Louds Island, like many of its neighbors, all nothing more than peaks of mountains rising from the ocean depths, was first occupied in the early 1600’s by English seamen who were landed there to clean and dry fish.  Fish were the real “gold” discovered in that part of the New World, jutting out, as it was, only a short run west of the Grand Banks of the Atlantic Ocean.  The English had discovered in the choppy shallows over those underwater plateaus out beyond the New England coast the greatest fishing in the world.   The almost countless islands along the Maine coast were the natural places to unload the ships of the tons of fish their masters had caught or netted; there, on dry land, with little salt (which was expensive) the flesh, usually of Cod, was “cured” before being sailed back to England.  Thus the Brits savored their Cod, caught months before, 6000 miles away across a stormy sea.

    The Maine islands were occasionally visited by Indians in their birch bark canoes, on hunting and fishing expeditions, but those “savages” were not many, nor were they prone to violence or revenge as were their rampaging cousins, 200 years later, in the West.   The Indians of Maine were village builders and planters who lived mostly in the interior forests.

    A sea captain acquired Louds Island in the beginning.  He eventually sold it to John Louds, who grazed sheep there and cleared tracts of pine for farming.  It was he who divided the island into strange-shaped parcels resembling a jigsaw puzzle and sold those parts to others (whose successors have been arguing about their property lines ever since).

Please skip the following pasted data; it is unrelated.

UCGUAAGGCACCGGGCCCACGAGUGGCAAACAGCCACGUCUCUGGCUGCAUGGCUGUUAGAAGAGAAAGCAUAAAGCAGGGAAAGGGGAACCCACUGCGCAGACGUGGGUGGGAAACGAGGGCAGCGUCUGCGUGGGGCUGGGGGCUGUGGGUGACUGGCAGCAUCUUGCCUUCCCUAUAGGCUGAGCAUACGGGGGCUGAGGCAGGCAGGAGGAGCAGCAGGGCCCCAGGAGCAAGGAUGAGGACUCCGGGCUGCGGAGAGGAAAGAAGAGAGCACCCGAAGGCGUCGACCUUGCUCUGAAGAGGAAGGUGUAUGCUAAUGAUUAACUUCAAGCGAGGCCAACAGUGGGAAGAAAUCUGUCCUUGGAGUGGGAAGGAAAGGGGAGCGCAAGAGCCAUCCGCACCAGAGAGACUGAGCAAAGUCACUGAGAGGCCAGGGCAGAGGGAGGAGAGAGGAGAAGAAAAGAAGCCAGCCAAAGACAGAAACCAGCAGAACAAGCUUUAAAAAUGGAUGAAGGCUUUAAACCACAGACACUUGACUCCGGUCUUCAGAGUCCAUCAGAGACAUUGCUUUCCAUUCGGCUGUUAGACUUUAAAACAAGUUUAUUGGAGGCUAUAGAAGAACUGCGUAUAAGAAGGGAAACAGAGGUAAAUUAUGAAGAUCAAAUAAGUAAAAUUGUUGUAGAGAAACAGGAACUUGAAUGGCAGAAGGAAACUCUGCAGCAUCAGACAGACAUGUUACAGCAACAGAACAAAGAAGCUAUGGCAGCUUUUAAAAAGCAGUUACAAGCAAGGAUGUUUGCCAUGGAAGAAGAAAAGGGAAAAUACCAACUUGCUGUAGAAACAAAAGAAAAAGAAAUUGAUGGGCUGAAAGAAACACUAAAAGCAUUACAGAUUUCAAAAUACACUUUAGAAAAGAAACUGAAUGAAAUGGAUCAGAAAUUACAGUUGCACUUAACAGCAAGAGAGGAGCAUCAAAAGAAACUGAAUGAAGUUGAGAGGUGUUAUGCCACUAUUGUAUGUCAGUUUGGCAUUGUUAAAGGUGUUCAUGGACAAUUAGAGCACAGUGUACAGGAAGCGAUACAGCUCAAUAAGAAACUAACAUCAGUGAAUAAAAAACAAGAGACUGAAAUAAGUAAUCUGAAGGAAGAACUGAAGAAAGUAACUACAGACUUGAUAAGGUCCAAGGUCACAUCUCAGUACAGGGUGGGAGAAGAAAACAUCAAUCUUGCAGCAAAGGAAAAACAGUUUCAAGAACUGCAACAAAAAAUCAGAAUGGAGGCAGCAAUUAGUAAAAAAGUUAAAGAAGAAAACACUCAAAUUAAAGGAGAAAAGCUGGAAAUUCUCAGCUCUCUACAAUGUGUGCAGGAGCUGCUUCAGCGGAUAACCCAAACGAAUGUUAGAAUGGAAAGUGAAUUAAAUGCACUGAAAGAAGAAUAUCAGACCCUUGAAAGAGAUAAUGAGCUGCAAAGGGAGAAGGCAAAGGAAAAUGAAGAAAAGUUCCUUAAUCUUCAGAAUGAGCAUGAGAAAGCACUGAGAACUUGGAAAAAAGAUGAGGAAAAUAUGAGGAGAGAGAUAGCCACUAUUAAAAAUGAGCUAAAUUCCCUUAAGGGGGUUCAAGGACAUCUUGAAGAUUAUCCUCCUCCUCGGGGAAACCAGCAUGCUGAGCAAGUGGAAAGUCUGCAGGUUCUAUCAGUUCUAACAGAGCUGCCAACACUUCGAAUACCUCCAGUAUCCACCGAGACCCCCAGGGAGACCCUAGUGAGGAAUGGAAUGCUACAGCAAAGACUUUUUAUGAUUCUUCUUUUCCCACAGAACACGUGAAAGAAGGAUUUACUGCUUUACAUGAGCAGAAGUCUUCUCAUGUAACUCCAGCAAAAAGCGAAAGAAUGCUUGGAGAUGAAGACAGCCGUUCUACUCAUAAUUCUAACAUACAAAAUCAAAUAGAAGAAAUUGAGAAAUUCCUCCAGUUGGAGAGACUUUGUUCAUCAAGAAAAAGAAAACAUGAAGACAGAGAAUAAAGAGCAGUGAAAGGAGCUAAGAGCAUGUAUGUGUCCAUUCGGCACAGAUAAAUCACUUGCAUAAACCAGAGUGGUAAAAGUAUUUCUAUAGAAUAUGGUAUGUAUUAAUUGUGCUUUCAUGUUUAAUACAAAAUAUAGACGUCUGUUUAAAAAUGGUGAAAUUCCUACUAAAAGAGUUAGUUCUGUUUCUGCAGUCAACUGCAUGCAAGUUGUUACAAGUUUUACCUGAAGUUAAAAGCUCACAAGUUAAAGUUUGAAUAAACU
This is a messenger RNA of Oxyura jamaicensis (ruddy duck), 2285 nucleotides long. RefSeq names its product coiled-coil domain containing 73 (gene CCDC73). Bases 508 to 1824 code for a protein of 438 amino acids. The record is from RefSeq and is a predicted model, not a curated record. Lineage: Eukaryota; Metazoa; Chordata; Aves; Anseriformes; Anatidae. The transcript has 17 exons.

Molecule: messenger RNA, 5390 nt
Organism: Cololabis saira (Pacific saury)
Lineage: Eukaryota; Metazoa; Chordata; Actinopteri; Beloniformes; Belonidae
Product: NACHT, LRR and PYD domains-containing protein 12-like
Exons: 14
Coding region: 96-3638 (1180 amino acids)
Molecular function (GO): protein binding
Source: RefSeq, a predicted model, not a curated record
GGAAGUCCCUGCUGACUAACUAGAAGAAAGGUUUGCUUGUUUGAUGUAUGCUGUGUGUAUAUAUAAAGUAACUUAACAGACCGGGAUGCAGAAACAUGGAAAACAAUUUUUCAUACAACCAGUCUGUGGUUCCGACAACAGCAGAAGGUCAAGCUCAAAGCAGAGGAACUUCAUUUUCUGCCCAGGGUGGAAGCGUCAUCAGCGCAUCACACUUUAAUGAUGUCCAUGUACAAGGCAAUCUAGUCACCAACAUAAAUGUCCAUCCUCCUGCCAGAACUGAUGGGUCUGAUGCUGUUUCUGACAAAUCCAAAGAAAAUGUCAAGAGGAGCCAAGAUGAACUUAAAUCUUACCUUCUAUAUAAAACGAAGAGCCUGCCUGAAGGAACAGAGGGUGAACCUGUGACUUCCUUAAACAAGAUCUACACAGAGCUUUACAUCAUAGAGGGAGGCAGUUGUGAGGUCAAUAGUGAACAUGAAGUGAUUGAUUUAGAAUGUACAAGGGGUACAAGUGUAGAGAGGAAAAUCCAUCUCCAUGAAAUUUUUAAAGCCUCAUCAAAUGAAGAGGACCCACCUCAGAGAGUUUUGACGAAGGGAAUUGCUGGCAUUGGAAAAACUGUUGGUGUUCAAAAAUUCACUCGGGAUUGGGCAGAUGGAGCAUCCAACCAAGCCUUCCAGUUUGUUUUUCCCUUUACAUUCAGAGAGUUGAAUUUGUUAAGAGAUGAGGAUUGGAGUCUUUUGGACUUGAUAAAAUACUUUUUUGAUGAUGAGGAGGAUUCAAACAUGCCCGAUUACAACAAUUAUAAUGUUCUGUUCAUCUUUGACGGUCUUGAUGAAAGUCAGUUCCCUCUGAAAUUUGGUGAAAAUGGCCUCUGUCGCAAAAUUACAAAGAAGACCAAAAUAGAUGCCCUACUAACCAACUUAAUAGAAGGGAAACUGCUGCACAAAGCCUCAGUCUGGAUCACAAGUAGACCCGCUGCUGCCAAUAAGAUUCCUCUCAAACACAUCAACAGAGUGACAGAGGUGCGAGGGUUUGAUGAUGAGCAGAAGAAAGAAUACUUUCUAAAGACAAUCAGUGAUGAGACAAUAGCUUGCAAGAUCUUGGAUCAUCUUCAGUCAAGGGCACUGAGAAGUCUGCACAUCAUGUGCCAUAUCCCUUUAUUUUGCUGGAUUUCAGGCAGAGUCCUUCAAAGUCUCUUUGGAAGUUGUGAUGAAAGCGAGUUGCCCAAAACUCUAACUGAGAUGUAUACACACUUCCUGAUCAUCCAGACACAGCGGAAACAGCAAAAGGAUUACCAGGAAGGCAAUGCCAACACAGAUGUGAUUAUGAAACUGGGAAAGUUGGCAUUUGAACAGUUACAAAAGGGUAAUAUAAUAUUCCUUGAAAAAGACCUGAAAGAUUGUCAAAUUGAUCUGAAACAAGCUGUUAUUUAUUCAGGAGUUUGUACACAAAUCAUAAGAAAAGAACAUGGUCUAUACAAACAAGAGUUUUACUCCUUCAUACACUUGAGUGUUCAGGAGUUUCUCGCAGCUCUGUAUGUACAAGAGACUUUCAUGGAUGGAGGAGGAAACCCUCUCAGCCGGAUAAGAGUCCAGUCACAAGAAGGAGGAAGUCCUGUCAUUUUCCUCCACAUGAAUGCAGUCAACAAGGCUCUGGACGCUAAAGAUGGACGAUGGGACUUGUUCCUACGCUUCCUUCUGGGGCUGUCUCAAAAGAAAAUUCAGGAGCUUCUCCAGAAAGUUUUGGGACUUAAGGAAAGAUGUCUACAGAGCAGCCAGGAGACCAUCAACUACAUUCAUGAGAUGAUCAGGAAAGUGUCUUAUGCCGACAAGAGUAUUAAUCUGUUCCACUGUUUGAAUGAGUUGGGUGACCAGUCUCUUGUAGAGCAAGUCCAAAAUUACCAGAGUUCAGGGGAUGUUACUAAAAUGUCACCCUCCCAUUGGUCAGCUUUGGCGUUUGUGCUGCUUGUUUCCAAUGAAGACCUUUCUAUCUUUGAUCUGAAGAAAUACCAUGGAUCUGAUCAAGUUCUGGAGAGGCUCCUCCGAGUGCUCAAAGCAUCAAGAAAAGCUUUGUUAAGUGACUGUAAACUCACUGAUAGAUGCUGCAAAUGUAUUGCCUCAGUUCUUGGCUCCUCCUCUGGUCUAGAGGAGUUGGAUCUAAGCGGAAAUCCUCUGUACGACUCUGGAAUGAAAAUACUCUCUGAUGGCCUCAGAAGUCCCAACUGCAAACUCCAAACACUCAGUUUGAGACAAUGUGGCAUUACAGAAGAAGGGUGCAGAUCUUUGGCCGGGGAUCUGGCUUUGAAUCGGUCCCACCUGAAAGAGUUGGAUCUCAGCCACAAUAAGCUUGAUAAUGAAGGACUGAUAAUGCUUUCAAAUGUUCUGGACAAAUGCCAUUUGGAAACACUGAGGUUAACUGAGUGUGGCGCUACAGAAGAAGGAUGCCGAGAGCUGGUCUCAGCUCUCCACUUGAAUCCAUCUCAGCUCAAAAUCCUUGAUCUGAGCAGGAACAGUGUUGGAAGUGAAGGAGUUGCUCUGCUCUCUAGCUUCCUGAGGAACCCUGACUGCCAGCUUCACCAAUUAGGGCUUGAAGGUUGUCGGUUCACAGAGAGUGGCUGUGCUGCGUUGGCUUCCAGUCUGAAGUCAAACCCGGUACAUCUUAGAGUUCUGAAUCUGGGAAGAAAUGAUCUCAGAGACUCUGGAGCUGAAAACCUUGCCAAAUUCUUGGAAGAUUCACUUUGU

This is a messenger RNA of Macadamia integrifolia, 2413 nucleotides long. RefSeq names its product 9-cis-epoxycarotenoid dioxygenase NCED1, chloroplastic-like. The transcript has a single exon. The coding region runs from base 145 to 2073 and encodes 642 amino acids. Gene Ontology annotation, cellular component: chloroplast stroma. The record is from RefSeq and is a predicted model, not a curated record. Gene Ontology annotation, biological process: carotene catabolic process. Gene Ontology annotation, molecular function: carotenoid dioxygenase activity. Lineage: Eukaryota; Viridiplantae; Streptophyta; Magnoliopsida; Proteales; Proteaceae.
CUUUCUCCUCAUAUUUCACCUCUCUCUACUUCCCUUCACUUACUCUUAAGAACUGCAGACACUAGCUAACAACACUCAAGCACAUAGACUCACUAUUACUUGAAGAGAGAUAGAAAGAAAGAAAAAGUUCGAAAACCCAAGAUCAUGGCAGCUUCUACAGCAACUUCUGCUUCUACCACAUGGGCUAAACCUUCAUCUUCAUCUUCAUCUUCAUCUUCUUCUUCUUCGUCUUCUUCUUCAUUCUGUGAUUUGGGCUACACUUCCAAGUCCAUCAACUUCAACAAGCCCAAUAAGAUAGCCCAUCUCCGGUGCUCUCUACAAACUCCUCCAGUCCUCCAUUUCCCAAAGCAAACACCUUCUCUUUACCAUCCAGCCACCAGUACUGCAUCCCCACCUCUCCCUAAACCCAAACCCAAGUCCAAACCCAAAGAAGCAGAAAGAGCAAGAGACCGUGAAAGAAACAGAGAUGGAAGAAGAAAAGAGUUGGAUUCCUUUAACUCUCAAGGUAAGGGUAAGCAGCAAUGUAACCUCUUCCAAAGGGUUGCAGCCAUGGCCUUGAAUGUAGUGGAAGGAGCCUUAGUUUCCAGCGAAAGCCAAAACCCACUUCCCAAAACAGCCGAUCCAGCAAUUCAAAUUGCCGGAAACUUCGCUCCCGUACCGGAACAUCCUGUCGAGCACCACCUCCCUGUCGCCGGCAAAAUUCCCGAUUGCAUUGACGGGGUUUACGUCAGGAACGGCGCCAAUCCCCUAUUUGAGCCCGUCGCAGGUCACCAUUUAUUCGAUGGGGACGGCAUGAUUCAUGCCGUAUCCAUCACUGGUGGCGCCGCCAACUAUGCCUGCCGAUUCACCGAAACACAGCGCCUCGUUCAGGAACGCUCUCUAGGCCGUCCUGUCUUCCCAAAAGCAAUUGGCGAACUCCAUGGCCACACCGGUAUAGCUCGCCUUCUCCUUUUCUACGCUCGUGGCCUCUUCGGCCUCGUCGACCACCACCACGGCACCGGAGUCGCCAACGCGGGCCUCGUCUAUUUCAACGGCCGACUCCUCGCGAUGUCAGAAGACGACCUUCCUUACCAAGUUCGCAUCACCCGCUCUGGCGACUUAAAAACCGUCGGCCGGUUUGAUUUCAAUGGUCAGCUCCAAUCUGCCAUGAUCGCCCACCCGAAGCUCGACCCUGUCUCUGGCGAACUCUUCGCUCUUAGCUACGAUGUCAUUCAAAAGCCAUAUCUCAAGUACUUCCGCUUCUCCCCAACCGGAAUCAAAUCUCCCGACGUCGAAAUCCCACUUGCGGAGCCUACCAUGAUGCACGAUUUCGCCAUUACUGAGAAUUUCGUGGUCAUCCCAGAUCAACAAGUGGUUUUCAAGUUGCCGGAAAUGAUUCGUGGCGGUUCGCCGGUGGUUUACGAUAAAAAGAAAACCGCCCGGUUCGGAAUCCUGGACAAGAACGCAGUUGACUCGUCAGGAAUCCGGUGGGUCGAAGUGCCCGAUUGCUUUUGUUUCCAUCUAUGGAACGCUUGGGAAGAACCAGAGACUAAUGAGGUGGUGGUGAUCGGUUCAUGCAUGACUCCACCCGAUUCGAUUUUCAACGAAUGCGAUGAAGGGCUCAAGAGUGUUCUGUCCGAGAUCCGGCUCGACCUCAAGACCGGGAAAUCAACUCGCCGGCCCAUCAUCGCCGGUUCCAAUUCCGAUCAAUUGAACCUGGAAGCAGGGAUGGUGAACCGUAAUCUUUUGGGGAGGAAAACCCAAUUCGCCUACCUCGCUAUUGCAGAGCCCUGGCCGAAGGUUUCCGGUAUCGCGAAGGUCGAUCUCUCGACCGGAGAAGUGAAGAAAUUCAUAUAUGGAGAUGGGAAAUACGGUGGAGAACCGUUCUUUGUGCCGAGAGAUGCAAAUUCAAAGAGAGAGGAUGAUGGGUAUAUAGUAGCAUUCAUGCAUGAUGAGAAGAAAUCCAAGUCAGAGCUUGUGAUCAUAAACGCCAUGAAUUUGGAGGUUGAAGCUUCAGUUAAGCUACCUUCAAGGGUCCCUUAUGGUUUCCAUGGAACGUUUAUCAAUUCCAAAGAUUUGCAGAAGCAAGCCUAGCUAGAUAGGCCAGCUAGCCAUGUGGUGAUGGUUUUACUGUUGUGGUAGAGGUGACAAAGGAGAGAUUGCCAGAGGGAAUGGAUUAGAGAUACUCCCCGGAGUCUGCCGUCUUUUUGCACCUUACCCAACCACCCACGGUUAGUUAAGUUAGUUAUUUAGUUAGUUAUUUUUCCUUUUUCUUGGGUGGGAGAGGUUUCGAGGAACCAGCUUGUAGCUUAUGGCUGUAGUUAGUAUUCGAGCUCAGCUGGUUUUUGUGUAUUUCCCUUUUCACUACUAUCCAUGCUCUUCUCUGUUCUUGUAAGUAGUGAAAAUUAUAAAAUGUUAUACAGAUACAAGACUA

The Revolutionary War largely bypassed Louds and the other mid-coast islands, as did the War of 1812, though Maine shipbuilders crafted most of the early vessels commissioned by the U.S. Navy. “Ranger”, captained by John Paul Jones, was built in Maine.  And the French stirred up trouble along the Maine Coast during the French and Indian War.  The entire settlement on Monhegan Island was totally eradicated by fire resulting from an attack instigated by a French Baron in 1689.

    By the mid-1800’s the population of Louds Island consisted of perhaps 75 families, 10 or 15 clustered in Loudville, located on the east shore, a mile south of Little Harbor.  The open sea was tamed there by Marsh Island and its satellite ledges.  Incidentally, when we were on Louds, we were told of an old hermit who lived among the trees on Marsh Island, but no one had ever seen him.  I think his ghost lived over there.